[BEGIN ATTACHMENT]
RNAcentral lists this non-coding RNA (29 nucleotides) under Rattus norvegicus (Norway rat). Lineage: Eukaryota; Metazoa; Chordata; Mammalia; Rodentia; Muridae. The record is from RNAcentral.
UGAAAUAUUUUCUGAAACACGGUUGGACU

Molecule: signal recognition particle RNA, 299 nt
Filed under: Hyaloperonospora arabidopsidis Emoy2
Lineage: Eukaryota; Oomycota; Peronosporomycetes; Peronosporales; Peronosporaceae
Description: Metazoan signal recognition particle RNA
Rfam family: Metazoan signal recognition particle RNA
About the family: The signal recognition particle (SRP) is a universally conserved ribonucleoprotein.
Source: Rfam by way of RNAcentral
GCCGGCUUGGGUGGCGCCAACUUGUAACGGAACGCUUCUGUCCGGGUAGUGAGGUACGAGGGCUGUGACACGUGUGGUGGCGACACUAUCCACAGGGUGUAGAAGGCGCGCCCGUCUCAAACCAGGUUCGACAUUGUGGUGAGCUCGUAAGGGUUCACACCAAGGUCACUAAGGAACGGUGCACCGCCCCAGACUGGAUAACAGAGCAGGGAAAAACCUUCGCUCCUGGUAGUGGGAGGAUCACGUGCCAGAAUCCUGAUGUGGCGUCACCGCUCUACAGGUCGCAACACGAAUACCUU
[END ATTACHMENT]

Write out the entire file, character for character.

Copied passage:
RNAcentral lists this non-coding RNA (29 nucleotides) under Rattus norvegicus (Norway rat). Lineage: Eukaryota; Metazoa; Chordata; Mammalia; Rodentia; Muridae. The record is from RNAcentral.
UGAAAUAUUUUCUGAAACACGGUUGGACU

Molecule: signal recognition particle RNA, 299 nt
Filed under: Hyaloperonospora arabidopsidis Emoy2
Lineage: Eukaryota; Oomycota; Peronosporomycetes; Peronosporales; Peronosporaceae
Description: Metazoan signal recognition particle RNA
Rfam family: Metazoan signal recognition particle RNA
About the family: The signal recognition particle (SRP) is a universally conserved ribonucleoprotein.
Source: Rfam by way of RNAcentral
GCCGGCUUGGGUGGCGCCAACUUGUAACGGAACGCUUCUGUCCGGGUAGUGAGGUACGAGGGCUGUGACACGUGUGGUGGCGACACUAUCCACAGGGUGUAGAAGGCGCGCCCGUCUCAAACCAGGUUCGACAUUGUGGUGAGCUCGUAAGGGUUCACACCAAGGUCACUAAGGAACGGUGCACCGCCCCAGACUGGAUAACAGAGCAGGGAAAAACCUUCGCUCCUGGUAGUGGGAGGAUCACGUGCCAGAAUCCUGAUGUGGCGUCACCGCUCUACAGGUCGCAACACGAAUACCUU